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Struggling with Choices: The Interconnectedness of Good and Evil

Competing interests and making hard choices are inherent aspects of ethical dilemmas that challenge us to navigate the complexities of life. Choices between clearly "right" and wrong" are easy – or should be. One of my favorite Monty Python skits is when the prison guard offers the prisoners two choices: "cake or death" – until they run out of cake. However, the tension between two seemingly right decisions can create moral ambiguity and force us to confront the limitations of human understanding in discerning the ultimate truth.


The Complexity of Moral Dilemmas


For example, killing people is "wrong." Check out the news on any given day, and you will be greeted with horrific stories of people making bad choices. And yet, when killing bumps up against the scenario of self-defense, for example, killing is not just permissible; it is the "right" thing to do. Lying is wrong. But when Nazis demand to know if you are hiding Jews in the cellar, you get a pass for sending them on their way.


When there is a struggle between a "right" and a "right," the prevailing principle will vary depending on politics, worldviews, and mindset. There is a current clash between the rights of criminals versus victims and correct terminology. Treating all individuals respectfully and upholding their inherent worth, regardless of their background or circumstances, is undeniably important. However, there are situations where precise language is necessary for clarity and justice.


This clash epitomizes the struggle between compassion and truth, prompting us to grapple with the competing virtues of kindness and accountability. This delicate balance requires a nuanced understanding of competing interests and a willingness to confront the inherent tensions between them.


But whose worldview should prevail? Whose outrage should win the day? Is it just a free-for-all, with everyone clinging to their views as inarguably correct?


The Spiritual Paradox


I was mulling this over when I was in shul last week, and we were reading yet another Torah portion about the building of the Mishkan (portable Tabernacle in the desert), which was to be the sacred dwelling place for God. Despite its lofty purpose and significance, it was prohibited to work on building the Mishkan on the Sabbath, a day dedicated to rest and worship. This paradoxical injunction underscores the prioritization of observing the Sabbath over engaging in even the holiest of tasks, emphasizing the nuanced interplay between sacred duties and moral imperatives.


The divine wisdom inherent in these teachings challenges us to recognize the inherent limitations of human understanding in discerning right from wrong. Just as the observance of the Sabbath takes precedence over the construction of the Mishkan, there are moments when the clarity of moral guidance transcends our rational comprehension, calling for a deeper reliance on divine wisdom and guidance.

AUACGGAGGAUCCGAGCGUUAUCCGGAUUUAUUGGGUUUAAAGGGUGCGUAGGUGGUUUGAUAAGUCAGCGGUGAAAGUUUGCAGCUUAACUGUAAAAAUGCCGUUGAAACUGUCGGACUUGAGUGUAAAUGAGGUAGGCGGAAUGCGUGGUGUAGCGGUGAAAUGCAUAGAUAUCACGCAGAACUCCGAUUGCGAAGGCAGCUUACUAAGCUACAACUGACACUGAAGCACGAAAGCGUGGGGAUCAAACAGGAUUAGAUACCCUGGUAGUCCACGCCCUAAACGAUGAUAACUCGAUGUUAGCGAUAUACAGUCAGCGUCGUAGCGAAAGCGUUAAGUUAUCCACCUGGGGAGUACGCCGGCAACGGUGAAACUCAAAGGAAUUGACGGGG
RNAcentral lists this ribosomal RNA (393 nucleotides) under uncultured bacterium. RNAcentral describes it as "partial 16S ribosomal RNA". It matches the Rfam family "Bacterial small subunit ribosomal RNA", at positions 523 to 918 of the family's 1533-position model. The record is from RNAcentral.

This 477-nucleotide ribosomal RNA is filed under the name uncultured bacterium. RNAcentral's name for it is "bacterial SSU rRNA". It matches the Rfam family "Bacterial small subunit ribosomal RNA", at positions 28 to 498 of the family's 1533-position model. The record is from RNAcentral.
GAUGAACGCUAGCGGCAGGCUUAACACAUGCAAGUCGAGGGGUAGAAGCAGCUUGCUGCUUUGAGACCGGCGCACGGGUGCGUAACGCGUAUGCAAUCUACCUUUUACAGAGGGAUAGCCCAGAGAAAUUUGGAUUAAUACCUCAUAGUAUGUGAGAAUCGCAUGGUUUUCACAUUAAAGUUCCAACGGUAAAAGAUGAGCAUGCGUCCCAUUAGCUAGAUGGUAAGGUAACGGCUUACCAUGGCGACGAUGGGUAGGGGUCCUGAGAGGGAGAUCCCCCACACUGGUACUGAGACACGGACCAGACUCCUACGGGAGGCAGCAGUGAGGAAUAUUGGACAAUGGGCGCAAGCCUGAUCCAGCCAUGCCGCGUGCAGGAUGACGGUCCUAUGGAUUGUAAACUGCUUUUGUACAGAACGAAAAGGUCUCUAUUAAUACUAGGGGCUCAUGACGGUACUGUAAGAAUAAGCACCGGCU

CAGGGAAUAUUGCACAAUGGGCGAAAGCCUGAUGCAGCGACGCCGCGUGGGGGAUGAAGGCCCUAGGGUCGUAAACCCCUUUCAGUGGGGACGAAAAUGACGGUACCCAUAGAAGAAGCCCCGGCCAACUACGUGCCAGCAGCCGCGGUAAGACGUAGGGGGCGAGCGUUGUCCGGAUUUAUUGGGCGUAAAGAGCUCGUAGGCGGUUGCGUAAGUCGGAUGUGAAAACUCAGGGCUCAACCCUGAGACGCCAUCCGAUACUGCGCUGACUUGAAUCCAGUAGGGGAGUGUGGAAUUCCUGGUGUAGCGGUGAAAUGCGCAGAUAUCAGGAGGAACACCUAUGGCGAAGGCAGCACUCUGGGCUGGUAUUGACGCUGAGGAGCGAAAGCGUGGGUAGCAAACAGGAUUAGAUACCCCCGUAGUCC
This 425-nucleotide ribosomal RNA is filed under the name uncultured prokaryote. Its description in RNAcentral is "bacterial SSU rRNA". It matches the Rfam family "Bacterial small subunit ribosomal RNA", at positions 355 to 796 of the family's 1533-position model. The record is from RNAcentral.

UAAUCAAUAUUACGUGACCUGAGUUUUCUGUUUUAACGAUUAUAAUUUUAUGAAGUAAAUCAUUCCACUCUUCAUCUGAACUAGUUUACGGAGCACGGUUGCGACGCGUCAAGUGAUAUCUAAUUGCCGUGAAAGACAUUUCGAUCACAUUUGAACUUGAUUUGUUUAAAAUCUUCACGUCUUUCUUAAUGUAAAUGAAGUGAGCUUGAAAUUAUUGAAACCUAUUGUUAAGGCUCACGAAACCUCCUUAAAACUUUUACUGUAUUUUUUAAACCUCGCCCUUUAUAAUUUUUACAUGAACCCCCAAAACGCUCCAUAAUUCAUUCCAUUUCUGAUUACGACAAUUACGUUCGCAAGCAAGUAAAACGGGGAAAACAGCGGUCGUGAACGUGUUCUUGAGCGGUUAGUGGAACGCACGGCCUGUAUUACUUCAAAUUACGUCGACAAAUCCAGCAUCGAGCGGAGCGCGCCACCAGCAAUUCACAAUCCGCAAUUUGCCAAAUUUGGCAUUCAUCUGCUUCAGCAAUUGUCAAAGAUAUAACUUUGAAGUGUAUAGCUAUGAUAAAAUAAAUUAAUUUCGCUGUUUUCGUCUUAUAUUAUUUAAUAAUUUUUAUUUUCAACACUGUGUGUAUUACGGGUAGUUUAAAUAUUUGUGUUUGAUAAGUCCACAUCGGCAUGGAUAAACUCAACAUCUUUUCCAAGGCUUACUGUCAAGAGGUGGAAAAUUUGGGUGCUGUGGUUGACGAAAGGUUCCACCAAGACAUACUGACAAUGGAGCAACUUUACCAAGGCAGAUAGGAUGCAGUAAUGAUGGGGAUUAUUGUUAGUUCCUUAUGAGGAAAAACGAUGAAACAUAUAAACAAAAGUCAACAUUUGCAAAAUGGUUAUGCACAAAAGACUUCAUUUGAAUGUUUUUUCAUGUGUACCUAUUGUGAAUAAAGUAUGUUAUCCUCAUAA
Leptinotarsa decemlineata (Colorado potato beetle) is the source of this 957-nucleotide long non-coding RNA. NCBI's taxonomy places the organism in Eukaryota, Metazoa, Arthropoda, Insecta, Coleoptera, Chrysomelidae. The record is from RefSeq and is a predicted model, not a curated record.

Does Purim Blur the Line Between Good and Evil?


The concept of Purim adds another layer of complexity to this discussion. The tradition of drinking to the point of not distinguishing between Mordechai and Haman challenges our conventional notions of moral clarity.


The gematria (the value of the Hebrew letters) of "cursed be Haman" and "blessed be Mordechai" is the same! However, it is not that Haman and Mordechai are the same, but that the downfall of evil and the ascent of righteousness are one and the same.


While it may seem like a blurring of distinctions, it actually reinforces the fundamental importance of discerning between good and evil in our everyday lives. We must know the difference so that when faced with a hard decision of competing interests and moral dilemmas, we elevate the right thing at the right time.


The Interconnected Struggle


Haman and Mordechai are diametrically opposed. But when you elevate one, you defeat the other, and vice versa, and that is how they are inextricably linked. As distasteful as it may be to some, we must defeat Hamas utterly to ascend to righteousness.


Ethical decision-making can be an intricate web of complexity as we juggle compassion and truth, sacred duties and moral imperatives, divine wisdom, and human understanding. But the guiding question should be this: Which decision tilts this world towards the good—or away from evil?


Internalize and Actualize:


·      Reflect on a time when you faced a situation where the "right" decision was not clear-cut. How did you navigate the moral ambiguity, and what factors influenced your choice?


·      How do you balance the virtues of kindness and accountability in your own ethical decision-making? Have there been instances where these values have clashed, and how did you resolve the tension?


·      In what ways do you see the interplay between divine wisdom and human understanding in ethical dilemmas? Have you ever relied on a deeper sense of guidance or intuition when faced with a difficult moral choice?

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